7. Avoid Pressure and Bribes

It’s tempting to resort to bribes or pressure when your picky eater refuses to try new foods, but these tactics often backfire. Forcing a child to eat something they don’t want can create negative associations and power struggles around mealtime.

Instead, offer new foods in a neutral way and let your child decide whether to try them. Praise them for their willingness to explore, even if they ultimately decide not to eat the food. And avoid using dessert as a reward for eating their vegetables – this only reinforces the idea that some foods are inherently better than others.

8. Keep Healthy Snacks on Hand

Picky eaters may be more willing to try new foods when they’re not ravenously hungry. Keep a variety of healthy snacks on hand for between meals, such as fruit, vegetables with dip, whole grain crackers, or yogurt.

Having nutritious options readily available can prevent your child from filling up on less healthy choices and encourage them to graze on a wider range of foods throughout the day. Just be sure not to offer snacks too close to mealtime, as this can spoil their appetite for the main event.

9. Be Patient and Persistent

Helping a picky eater expand their palate is a marathon, not a sprint. It takes time, patience, and persistence to see progress. Don’t get discouraged if your child rejects a new food multiple times – just keep offering it in a low-pressure way.

Celebrate small victories along the way, like when your child tries a single bite of a new vegetable or agrees to have an unfamiliar food on their plate. Over time, these small steps will add up to big changes in their eating habits.

10. Consult a Professional if Needed

In some cases, picky eating can be a sign of an underlying issue like sensory processing disorder or an oral motor delay. If you’re concerned that your child’s picky eating is impacting their growth or nutrition, don’t hesitate to consult with your pediatrician or a feeding therapist.

These professionals can assess your child’s individual needs and provide personalized strategies to help them become more adventurous eaters. They can also rule out any medical issues that may be contributing to their picky eating habits.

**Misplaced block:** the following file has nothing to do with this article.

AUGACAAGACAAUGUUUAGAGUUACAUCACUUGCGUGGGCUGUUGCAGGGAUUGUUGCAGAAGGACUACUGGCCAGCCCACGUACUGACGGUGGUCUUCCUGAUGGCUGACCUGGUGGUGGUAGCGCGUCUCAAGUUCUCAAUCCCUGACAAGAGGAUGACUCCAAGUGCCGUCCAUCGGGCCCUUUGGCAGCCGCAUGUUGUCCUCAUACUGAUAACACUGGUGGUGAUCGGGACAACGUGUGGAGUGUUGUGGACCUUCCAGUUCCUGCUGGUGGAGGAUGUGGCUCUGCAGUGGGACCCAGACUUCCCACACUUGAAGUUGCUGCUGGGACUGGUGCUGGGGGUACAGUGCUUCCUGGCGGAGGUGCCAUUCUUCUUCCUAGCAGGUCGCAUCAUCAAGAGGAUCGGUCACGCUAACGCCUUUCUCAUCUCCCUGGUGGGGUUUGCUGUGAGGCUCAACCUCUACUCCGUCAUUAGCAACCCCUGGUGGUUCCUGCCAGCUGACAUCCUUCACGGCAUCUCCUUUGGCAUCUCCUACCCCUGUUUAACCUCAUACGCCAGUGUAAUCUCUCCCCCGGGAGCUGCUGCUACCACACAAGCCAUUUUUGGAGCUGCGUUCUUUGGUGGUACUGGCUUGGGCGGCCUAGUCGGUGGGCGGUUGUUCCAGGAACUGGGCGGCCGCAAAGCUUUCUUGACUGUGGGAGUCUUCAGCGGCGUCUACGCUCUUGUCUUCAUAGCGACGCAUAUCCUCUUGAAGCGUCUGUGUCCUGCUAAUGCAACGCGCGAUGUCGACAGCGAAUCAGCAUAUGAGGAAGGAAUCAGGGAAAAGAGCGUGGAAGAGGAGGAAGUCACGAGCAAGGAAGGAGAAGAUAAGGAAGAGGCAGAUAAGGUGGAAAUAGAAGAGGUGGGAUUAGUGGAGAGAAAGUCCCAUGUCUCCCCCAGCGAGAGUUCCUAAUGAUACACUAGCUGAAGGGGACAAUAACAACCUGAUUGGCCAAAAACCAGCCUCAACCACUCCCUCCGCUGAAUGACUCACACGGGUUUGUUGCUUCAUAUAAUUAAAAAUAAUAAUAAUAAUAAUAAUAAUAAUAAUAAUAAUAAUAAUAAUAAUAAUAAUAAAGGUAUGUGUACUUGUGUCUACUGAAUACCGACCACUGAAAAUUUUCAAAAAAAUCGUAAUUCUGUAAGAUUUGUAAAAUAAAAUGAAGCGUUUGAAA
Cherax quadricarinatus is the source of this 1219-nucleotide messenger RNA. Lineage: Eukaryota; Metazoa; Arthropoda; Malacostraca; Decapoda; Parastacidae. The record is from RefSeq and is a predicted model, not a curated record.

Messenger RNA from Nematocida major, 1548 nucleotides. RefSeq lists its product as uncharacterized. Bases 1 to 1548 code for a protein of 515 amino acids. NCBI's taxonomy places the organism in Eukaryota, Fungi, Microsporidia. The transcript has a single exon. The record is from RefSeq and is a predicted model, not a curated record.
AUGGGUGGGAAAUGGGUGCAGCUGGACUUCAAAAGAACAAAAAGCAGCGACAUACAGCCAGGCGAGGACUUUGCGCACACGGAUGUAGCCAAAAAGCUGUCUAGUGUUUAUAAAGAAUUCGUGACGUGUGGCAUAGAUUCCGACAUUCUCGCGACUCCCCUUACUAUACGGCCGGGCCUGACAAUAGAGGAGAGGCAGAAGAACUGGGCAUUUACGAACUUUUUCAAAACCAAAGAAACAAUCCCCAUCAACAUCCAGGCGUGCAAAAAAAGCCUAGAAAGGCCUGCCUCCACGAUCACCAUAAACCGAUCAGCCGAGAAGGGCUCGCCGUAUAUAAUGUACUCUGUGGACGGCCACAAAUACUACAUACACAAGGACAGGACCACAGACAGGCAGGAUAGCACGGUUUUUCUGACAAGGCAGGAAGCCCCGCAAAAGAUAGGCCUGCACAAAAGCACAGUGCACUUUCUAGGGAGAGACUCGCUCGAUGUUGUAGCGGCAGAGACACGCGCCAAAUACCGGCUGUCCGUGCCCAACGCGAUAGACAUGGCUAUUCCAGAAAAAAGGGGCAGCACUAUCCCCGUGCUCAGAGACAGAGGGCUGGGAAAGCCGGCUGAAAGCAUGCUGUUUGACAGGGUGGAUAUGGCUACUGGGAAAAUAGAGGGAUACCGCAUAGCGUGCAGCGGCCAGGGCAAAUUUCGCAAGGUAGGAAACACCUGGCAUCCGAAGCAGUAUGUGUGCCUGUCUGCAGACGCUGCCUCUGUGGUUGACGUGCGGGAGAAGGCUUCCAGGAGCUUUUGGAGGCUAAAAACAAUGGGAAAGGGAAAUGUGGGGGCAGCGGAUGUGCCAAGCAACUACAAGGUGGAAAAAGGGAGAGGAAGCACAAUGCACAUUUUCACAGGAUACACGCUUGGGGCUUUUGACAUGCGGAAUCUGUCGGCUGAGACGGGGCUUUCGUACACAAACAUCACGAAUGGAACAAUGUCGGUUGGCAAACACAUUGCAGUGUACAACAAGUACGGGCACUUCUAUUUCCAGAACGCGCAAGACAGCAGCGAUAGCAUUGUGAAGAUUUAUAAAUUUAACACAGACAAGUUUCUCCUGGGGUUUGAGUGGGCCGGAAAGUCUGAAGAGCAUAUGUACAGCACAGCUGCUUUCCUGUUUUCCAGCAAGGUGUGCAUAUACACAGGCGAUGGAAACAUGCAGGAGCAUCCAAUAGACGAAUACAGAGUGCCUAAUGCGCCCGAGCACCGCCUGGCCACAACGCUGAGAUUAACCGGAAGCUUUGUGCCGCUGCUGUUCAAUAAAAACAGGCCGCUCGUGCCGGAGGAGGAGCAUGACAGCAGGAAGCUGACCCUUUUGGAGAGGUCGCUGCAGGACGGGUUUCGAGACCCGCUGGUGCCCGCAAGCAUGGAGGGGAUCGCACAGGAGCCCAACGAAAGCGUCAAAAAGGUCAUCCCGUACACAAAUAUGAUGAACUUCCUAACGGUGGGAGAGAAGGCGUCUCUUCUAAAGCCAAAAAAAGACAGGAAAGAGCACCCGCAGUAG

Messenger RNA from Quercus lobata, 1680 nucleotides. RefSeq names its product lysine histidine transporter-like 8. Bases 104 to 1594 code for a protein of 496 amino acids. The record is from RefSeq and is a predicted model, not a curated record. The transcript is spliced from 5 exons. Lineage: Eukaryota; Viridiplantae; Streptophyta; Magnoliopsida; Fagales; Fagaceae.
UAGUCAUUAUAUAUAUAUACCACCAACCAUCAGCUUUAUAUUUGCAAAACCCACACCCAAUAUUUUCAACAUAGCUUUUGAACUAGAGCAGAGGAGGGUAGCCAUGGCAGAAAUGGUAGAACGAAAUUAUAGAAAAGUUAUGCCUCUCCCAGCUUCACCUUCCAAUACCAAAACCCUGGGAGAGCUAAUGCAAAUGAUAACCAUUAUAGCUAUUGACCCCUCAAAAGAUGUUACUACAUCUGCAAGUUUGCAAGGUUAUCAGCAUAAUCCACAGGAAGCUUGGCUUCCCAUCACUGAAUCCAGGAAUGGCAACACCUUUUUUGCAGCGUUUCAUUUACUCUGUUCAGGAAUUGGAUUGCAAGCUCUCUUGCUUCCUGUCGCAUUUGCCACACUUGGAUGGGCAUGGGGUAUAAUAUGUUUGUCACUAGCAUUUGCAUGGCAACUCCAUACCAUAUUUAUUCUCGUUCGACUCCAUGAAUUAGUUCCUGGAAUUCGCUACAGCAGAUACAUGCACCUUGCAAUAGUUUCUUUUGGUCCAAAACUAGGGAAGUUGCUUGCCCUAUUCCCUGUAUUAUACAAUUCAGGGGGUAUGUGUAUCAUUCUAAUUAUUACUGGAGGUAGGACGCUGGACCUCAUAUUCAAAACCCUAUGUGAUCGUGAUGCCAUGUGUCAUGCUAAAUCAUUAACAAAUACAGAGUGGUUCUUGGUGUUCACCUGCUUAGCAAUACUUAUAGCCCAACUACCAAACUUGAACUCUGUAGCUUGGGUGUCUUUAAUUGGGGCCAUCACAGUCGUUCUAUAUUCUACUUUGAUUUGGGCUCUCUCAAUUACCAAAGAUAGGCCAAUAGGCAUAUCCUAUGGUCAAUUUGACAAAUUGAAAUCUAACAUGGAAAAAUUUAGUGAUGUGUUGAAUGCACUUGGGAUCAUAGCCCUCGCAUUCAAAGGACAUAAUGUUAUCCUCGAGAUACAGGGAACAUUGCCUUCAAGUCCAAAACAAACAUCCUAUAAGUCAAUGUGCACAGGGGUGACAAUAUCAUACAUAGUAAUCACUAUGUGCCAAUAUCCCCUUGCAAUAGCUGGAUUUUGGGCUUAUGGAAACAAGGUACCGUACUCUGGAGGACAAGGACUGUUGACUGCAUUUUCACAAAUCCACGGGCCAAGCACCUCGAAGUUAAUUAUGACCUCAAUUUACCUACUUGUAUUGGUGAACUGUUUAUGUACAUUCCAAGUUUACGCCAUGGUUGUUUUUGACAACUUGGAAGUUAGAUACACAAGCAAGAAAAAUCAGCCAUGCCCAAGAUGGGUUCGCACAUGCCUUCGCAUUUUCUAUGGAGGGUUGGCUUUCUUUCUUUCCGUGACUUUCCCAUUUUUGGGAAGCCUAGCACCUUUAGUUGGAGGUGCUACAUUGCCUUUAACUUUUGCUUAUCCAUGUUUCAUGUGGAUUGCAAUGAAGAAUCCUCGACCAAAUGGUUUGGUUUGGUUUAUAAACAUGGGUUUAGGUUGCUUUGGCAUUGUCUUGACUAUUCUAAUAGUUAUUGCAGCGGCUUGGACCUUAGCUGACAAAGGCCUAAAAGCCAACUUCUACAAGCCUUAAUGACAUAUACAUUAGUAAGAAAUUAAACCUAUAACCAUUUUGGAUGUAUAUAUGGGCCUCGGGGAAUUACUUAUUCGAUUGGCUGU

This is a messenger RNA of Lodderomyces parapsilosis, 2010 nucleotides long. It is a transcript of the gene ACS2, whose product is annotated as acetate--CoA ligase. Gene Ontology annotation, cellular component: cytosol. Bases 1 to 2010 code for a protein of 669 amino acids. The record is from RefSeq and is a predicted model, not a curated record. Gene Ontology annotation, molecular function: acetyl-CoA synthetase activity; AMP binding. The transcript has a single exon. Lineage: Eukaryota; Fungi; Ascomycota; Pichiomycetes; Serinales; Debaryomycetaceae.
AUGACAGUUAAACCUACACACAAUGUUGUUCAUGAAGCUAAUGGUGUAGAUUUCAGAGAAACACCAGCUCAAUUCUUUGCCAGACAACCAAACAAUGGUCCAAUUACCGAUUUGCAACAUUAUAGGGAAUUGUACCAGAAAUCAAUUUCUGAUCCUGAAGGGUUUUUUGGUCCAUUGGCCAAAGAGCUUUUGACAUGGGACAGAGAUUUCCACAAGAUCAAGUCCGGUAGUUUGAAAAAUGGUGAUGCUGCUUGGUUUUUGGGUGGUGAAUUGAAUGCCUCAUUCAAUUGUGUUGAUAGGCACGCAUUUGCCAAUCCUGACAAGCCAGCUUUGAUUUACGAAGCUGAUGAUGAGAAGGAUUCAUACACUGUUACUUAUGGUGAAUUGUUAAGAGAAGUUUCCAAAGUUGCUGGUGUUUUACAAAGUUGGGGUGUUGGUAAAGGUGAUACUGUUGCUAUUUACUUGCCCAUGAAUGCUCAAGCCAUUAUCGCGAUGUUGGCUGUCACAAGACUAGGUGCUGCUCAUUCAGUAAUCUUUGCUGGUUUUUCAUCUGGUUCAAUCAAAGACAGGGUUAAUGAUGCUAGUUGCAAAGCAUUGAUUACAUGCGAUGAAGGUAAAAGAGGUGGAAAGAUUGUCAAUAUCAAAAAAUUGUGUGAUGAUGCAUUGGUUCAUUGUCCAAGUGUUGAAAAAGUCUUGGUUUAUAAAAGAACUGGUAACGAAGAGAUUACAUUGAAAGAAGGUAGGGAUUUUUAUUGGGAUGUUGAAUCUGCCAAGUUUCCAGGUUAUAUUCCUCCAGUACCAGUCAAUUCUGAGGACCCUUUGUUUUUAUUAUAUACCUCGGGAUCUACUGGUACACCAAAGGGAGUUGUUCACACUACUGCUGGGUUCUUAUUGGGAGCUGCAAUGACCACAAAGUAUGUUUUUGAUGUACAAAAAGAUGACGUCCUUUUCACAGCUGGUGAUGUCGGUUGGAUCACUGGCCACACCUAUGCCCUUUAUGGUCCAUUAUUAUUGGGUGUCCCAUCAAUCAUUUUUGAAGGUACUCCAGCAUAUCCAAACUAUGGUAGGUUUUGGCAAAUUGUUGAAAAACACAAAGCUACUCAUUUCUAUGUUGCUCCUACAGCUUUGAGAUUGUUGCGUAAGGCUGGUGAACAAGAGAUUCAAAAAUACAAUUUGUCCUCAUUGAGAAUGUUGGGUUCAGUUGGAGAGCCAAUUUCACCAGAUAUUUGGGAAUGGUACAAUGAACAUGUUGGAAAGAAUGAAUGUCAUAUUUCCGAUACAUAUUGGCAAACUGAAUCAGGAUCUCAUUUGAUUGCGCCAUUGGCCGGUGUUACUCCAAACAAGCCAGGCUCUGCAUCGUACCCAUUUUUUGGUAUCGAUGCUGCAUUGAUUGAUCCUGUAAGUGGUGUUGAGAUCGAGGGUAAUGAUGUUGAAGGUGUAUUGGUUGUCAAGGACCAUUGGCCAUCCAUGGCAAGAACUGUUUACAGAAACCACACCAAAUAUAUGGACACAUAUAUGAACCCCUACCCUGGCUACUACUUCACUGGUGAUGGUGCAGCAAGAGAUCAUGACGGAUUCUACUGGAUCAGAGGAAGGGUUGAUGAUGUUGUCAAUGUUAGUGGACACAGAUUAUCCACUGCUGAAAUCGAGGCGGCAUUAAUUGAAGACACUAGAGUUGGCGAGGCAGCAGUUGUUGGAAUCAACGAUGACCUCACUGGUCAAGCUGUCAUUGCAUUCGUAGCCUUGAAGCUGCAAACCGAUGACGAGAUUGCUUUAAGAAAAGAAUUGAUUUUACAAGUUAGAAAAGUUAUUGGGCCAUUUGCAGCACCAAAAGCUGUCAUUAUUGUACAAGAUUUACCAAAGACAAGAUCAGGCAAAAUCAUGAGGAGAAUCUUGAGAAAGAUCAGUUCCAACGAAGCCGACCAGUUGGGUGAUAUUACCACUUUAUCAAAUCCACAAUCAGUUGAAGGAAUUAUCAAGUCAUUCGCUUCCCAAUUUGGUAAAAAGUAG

picky eater toddler. A picky toddler tries preparing food for himself.
Read more: Food Ideas for Picky Eaters

picky eater toddler. A toddler is having food at the table.

Helping a picky eater toddler try new foods can be a challenging but rewarding journey. By creating positive mealtime experiences, introducing new foods gradually, and modeling healthy eating habits yourself, you can set your child up for a lifetime of culinary exploration and nutritious choices. Remember to be patient, persistent, and celebrate every small victory along the way. With your loving guidance and a dash of creativity, your picky eater will be well on their way to enjoying a wider world of flavors and foods.


FAQs about Picky Eater Toddler

Why is my toddler a picky eater?
It's common for toddlers to be picky eaters as they are exploring their independence and developing preferences. This phase often peaks between 2 and 3 years old and usually improves with time.

How can I encourage my toddler to try new foods?
Introduce new foods gradually and pair them with their favorite foods. Involving them in meal preparation and keeping mealtimes fun can also encourage them to try new things.

Is it normal for a toddler to refuse vegetables?
Yes, many toddlers refuse vegetables due to their strong flavors and textures. Persistence and offering a variety of vegetables in different forms can help them become more acceptable over time.

Should I force my toddler to eat new foods?
Forcing a child to eat can create negative associations with food and mealtime. Instead, offer new foods without pressure and let your child decide whether to try them.

When should I be concerned about my toddler's picky eating?
If your child's picky eating is affecting their growth, weight, or causing significant stress, it's important to consult a pediatrician. They can provide personalized advice and check for any underlying issues.

This post was originally published on 04/06/2023. It was updated on 06/07/2024.